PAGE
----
Open Source VOIP Connects to Business

Open Source VoIP is slowly making gains in enterprise adoption.

Nearly three years since Jon "maddog" Hall predicted that "VOIP using an open source solution, such as Asterisk, will generate more business than the entire Linux marketplace today," open source VOIP for the enterprise remains a wild frontier. SMB uptake has been considerable, as open source VOIP's promise of control and cost savings make it a natural fit. But when it comes to large-scale implementations, open source voice has yet to get most enterprises to listen.

That's not to say that the enterprise is deaf to the benefits of open source itself. To be sure, companies are increasingly vetting open source alternatives before considering commercial wares. But despite this interest in open source elsewhere in the enterprise, the phone system has, by and large, remained off-limits to open source experimentation.

When it comes to open-sourcing dial tone, the feeling among most enterprises is that there's just too much at stake. After all, network troubles translate to help desk calls and lost revenue, but if the phones go down, it could mean life or death. And when it comes to melding the lockstep world of traditional five-nines PBXes into the land of Patch Tuesday and the frequent reboot, calling on a commercial vendor can feel a lot more comforting than signing off on that level of responsibility yourself.

That said, the notion of an all-out VOIP implementation -- ripping and replacing to the core -- is fast fading away. Yes, dial tone has crossed the network boundary, but not pervasively. Moreover, many traditional PBX vendors are backing into the VOIP market, allowing telephony admins the comfort of tried-and-true PBXes with some of the benefits of VOIP. Introducing VOIP modules that permit VOIP trunks between locations is becoming common, yielding long-distance cost reductions without disrupting the status quo for local voice.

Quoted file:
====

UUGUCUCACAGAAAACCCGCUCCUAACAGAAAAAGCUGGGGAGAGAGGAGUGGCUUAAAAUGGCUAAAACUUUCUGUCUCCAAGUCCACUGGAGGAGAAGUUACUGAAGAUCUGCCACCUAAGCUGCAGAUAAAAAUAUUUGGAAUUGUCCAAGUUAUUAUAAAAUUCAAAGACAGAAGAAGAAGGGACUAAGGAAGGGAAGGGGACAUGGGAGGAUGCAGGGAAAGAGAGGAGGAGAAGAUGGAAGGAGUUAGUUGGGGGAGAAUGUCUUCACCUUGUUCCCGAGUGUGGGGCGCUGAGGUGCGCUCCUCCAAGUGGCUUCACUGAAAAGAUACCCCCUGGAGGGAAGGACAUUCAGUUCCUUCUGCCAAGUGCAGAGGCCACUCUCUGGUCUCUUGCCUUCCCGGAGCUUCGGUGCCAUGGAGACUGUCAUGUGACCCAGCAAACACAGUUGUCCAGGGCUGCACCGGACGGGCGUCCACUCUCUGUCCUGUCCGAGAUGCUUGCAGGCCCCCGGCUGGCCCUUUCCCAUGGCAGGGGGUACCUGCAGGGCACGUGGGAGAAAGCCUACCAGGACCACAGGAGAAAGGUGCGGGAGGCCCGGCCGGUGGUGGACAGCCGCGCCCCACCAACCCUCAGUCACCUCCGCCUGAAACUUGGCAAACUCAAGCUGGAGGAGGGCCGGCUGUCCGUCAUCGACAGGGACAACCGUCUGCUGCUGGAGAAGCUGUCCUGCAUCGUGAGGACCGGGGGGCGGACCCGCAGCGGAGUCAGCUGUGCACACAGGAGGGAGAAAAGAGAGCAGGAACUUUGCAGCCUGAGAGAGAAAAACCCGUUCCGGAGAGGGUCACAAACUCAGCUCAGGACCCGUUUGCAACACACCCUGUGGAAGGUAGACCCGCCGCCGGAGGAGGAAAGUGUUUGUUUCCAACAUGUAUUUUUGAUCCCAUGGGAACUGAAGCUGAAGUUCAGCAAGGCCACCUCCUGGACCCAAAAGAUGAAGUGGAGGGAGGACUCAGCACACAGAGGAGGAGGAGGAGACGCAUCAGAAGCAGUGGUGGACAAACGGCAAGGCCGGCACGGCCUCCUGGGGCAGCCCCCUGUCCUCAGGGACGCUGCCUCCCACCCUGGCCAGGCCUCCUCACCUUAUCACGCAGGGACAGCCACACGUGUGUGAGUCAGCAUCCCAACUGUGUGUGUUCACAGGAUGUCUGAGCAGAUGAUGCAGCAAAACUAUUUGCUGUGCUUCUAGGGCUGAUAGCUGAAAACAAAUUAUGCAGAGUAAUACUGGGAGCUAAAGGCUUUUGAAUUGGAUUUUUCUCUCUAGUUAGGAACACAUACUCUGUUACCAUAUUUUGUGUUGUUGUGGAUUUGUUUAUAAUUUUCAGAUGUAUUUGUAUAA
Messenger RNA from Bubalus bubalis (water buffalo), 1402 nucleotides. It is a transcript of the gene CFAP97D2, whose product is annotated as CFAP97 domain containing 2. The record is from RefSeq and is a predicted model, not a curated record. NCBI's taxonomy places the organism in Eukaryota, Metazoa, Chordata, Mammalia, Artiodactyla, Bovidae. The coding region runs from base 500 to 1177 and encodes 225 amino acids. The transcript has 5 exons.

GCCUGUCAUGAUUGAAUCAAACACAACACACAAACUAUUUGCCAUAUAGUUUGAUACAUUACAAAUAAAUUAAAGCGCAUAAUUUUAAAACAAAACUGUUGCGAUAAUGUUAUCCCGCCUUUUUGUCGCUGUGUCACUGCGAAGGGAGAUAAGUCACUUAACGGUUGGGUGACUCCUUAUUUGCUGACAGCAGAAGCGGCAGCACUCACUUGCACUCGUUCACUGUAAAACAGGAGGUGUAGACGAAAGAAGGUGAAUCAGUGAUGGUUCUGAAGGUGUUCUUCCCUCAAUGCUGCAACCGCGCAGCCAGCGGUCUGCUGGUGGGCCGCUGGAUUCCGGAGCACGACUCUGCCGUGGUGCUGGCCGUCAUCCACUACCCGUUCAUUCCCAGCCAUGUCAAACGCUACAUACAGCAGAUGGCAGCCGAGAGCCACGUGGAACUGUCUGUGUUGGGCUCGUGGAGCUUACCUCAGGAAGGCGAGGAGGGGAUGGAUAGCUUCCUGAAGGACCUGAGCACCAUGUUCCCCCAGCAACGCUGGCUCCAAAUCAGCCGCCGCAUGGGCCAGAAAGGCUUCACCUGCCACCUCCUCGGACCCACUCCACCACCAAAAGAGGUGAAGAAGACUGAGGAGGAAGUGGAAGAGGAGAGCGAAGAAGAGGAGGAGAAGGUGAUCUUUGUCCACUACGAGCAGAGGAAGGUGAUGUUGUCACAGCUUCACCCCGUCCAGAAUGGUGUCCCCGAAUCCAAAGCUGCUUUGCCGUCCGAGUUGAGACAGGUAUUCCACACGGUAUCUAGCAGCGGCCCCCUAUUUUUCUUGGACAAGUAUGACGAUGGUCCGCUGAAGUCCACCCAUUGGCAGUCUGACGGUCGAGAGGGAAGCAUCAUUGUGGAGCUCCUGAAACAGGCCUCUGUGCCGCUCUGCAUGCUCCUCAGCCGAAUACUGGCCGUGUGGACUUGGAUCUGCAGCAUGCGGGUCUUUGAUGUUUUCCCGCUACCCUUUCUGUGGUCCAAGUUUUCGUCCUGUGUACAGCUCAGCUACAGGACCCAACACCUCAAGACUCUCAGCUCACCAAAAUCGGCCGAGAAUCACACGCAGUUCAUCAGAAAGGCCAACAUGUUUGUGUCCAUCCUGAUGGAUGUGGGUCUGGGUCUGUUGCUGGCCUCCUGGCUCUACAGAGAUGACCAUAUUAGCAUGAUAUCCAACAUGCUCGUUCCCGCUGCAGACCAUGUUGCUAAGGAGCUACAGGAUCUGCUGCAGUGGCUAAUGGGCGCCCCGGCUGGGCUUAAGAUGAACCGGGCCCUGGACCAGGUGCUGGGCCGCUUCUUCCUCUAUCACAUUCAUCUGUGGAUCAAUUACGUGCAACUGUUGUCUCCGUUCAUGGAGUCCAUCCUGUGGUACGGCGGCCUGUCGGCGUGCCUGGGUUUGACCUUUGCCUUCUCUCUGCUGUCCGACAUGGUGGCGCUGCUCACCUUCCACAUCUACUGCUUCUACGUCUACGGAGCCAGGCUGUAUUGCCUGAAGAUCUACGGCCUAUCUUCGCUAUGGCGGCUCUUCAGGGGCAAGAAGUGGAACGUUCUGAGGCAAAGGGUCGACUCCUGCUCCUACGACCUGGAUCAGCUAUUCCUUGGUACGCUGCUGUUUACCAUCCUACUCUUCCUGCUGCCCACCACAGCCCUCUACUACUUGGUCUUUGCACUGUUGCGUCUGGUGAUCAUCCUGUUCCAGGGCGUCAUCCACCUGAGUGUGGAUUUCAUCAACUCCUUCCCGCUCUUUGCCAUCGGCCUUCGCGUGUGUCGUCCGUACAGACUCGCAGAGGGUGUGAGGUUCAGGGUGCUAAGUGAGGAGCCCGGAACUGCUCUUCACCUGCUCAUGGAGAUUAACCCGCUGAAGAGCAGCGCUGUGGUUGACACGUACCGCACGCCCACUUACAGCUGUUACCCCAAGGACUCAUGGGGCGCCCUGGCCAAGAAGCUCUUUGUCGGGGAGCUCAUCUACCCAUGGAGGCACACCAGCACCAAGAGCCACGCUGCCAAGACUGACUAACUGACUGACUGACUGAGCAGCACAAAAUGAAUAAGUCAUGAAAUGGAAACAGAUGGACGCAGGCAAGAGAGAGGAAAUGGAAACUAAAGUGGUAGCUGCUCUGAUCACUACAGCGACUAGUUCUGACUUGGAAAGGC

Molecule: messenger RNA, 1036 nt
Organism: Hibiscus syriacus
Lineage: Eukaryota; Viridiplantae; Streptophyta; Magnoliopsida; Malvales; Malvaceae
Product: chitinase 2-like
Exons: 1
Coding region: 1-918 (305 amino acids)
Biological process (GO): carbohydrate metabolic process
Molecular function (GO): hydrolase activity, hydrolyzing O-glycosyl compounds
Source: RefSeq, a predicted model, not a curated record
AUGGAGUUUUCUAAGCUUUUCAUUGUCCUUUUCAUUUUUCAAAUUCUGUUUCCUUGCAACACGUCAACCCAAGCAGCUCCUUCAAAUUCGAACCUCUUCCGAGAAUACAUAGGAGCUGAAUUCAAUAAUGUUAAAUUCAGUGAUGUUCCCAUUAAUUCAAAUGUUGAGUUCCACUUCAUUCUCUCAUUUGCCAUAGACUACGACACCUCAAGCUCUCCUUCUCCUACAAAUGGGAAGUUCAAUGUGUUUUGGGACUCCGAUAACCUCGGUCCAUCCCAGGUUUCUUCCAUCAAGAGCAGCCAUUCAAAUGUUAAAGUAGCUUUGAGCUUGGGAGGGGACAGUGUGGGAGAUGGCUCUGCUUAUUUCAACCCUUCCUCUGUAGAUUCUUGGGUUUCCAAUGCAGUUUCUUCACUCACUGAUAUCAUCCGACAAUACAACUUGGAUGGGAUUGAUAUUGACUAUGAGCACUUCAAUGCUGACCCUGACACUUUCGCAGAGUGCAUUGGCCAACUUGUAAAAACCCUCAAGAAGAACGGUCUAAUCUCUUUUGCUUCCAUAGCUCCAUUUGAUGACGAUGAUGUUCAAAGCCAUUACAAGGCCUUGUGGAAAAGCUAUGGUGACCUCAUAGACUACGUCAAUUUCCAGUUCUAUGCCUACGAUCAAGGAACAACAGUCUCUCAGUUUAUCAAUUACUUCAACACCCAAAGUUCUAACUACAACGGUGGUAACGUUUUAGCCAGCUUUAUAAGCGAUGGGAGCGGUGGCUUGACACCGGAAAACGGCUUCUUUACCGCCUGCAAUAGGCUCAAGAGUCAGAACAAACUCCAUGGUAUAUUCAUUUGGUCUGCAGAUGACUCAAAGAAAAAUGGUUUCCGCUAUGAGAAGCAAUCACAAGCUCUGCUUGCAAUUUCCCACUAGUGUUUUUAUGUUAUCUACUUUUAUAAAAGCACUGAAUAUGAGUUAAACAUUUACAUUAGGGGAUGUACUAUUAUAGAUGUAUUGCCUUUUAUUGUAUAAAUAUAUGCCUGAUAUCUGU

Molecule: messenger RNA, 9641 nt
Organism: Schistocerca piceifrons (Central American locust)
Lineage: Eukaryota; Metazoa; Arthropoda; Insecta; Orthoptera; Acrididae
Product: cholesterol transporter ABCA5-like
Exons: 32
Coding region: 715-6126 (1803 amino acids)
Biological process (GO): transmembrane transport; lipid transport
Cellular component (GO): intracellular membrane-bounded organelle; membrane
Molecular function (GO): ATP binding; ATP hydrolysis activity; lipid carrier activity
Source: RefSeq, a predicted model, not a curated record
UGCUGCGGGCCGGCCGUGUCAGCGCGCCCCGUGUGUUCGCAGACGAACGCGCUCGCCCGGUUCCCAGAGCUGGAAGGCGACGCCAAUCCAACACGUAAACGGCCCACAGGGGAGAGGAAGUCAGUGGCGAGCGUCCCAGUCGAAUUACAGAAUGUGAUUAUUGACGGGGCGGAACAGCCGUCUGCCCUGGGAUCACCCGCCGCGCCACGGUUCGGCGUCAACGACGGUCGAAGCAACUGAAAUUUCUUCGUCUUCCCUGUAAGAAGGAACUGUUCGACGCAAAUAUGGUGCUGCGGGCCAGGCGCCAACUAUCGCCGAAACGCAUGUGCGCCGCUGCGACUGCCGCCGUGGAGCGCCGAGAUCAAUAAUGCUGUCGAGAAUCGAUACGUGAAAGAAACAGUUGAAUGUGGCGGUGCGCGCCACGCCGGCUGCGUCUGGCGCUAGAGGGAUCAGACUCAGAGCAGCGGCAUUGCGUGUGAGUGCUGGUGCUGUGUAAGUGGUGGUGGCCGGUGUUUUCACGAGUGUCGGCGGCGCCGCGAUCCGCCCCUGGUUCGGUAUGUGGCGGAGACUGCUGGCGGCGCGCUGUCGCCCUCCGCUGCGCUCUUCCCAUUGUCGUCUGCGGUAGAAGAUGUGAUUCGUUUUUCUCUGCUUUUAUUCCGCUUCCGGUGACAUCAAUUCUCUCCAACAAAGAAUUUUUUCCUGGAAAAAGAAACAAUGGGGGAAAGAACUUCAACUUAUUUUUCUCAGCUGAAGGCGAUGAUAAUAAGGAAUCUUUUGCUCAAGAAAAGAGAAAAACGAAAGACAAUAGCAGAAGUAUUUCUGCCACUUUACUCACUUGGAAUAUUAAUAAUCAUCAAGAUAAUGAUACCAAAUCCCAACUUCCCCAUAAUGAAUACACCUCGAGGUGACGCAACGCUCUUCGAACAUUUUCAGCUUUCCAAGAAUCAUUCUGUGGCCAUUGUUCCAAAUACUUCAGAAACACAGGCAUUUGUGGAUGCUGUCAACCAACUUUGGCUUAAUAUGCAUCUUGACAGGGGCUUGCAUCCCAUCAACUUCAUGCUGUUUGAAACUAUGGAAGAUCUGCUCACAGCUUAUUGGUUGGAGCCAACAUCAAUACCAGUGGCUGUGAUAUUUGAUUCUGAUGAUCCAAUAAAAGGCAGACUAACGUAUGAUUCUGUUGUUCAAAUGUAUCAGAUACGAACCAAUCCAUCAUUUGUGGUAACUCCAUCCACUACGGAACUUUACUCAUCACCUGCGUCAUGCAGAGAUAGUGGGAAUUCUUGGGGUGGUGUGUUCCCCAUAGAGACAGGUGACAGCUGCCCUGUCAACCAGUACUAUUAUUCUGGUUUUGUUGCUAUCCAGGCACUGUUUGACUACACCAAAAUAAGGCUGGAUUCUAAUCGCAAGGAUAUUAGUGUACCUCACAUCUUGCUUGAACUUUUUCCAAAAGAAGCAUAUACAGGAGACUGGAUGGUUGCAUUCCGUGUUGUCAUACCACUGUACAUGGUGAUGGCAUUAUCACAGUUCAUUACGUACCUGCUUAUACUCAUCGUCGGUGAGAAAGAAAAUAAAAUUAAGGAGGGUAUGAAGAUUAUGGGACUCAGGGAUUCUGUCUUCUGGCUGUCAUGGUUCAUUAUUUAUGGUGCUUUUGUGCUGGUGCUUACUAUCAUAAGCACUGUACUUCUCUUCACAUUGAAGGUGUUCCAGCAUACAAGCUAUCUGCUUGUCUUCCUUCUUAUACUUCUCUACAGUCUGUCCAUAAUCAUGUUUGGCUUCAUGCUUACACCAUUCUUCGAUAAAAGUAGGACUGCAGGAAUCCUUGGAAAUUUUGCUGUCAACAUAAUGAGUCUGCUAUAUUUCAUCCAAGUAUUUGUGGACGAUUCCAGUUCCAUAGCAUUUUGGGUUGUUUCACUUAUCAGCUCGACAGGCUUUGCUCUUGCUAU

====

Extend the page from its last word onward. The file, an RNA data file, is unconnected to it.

Largely, VOIP is becoming a PBX replacement on an as-needed basis. And such targeted installations could prove a sweet spot for open source VOIP. As the technology gathers steam, convincing enterprises of its efficacy in increments, it will most certainly join the pack of large-scale go-to VOIP candidates down the line. After all, the considerable cost savings and flexibility of open source VOIP are just too great to ignore.

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Paul Venezia

InfoWorld
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